To The RPM Challenge itself; it was all a bit vague when we originally decided to get involved, not that clear what you were actually supposed to do with your opus dominum, save for the suggestion of uploading to a platform called Alonetone, with whom they had some kind of arrangement and which we duly did. A few days later, circa mid-February (we'd originally registered to take part on the 13th, unlucky for some!), the 'submit' info finally appeared on the RPM website. There are a few other bits going on around this point; an online workshop event on Facebook, the caring social media giant happily displaying that '6 people went' for everyone to be disillusioned by (never been sure where they get these figures from, seem to pluck them out of thin air, think of a number, I'd bet there were more); there was a 24/7 radio stream running from their website (which still seems to be going a week after the big month); and they'd set up their own server on Discord to allow participants to communicate. Must admit, I'm not a fan of Discord, it's designed with gamers in mind (which I'm not) and I find it quite difficult to follow. Gypsy (well, Arzathon these days) tried this for his Citadel Of Musique Expérimentale Facebook group, valiant effort, but there never seemed to be anyone on it when I looked, so I gave up. There's certainly plenty of traffic on the RPM server, but not the kind of levels of interaction you expect on more established social media. However, we did get a message regarding our contribution from an Echo#2392; "Was listening to this on the RPM radio in the background. I've now got tinnitus." We apologised, of course.


The climax was The Global Listening Party on Saturday 6th March, a chance for the world to hear around 3 minutes each (that's a good length for "R.F.A.") of the 675 submissions received. This came in the form of a 'multi-room' event in 'virtual space' in an environment called Gather Town, which rather reminded me of the Roblox / Adopt Me thing our Twizz loves to pieces. But she's 8. Yeah, you'll get from my inflection there that I'm not a fan of this either. Organised by a company called Eventbrite, another annoyance was that admission required an e-ticket. Okay, they were free, but you have to bugger about registering and it wasn't all that straightforward and I'd bet that put some people off attending, in particular those who weren't participating themselves. But I made the effort because a lot of hard work had clearly gone into setting all this up, for little or no commercial reward, and I seriously respect that, it being a strong aspect of underground network culture back in the day. Disappointingly, but maybe not surprisingly, I was one of only four when I entered our chosen room in cyberspace.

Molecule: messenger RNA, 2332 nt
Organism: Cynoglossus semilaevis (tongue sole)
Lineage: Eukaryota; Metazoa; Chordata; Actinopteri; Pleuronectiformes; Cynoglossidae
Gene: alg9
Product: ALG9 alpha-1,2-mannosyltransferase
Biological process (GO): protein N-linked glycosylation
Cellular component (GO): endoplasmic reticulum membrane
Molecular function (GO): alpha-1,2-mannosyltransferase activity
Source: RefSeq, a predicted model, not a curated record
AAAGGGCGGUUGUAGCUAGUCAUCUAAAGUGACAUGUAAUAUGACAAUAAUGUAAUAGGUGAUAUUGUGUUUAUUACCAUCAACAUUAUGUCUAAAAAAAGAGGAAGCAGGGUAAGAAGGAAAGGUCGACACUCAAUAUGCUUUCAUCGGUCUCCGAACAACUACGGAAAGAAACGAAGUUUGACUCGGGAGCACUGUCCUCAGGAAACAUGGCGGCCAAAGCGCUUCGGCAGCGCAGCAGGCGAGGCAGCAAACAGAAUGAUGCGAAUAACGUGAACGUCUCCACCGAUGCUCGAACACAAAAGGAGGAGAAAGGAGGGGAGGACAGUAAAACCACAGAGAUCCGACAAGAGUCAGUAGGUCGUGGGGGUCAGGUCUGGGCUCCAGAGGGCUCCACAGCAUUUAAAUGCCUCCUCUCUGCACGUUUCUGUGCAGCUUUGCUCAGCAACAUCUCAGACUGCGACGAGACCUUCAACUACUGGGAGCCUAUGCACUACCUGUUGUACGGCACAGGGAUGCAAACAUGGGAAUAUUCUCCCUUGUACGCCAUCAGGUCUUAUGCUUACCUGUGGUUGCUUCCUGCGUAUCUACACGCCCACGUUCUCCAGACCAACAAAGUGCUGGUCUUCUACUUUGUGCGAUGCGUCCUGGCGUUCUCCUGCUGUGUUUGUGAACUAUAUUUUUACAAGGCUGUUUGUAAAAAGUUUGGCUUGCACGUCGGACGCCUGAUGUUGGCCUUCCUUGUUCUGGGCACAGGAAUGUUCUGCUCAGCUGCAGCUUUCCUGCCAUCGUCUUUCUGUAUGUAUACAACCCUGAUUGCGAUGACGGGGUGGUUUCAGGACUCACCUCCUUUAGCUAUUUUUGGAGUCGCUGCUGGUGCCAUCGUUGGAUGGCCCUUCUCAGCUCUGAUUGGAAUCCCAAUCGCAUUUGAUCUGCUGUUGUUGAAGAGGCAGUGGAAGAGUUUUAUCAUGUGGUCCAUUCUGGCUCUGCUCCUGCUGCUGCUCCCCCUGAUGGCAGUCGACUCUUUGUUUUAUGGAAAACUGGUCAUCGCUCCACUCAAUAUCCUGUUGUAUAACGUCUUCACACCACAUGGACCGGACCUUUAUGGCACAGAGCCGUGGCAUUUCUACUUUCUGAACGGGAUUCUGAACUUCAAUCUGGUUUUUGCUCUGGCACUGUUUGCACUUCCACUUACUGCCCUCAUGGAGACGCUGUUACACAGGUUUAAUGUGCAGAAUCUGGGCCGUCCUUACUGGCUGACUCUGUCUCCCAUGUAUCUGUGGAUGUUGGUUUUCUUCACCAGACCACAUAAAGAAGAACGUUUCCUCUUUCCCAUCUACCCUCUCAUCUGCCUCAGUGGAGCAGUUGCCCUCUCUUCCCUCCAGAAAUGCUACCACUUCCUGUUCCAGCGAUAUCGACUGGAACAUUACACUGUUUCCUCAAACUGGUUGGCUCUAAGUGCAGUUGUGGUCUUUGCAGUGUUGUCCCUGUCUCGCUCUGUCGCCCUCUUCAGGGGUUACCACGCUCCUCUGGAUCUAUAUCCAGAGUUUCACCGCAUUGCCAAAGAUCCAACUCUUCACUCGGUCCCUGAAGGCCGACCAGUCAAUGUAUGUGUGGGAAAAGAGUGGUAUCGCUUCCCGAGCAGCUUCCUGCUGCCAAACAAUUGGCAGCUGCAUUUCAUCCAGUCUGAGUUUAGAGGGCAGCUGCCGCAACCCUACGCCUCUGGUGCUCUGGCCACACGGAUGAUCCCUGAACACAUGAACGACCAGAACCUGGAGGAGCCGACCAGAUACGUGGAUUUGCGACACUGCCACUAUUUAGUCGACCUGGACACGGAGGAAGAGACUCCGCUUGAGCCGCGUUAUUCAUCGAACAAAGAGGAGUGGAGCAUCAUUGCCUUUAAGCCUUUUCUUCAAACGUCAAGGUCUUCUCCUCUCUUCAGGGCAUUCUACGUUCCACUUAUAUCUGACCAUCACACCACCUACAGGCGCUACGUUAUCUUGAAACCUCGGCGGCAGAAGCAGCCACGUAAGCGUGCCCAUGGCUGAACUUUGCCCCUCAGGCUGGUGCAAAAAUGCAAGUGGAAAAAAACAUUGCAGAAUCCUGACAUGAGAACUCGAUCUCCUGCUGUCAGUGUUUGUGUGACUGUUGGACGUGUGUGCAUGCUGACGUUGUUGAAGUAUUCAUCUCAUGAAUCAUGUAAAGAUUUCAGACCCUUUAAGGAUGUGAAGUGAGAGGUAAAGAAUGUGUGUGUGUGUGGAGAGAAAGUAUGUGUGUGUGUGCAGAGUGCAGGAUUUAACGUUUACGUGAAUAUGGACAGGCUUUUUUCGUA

Bizarrely, though rather sensibly broken down across 6 of these virtual rooms and the 7 hours of the event itself, thus creating 41 separate playlists (I always thought something was fundamentally wrong with the universe), this had been achieved by means of alphabetical order of nations, rather than by any sense of genre. The end result was a rather disjointed listening experience (Slavonic folk - techno - country - experimental etc) and that the EFSPACM group could cheat their way to pole position by registering as being from Antarctica (wish I'd thought of that)! The RPM folk are following this with The REM Challenge, which is not for covers of "Losing My Religion", but rather to record something every month for a year. Whether we're participants or otherwise, it would be hard not to wish all involved well with such an ambitious challenge. Meanwhile, we have a certain challenge of our own for you...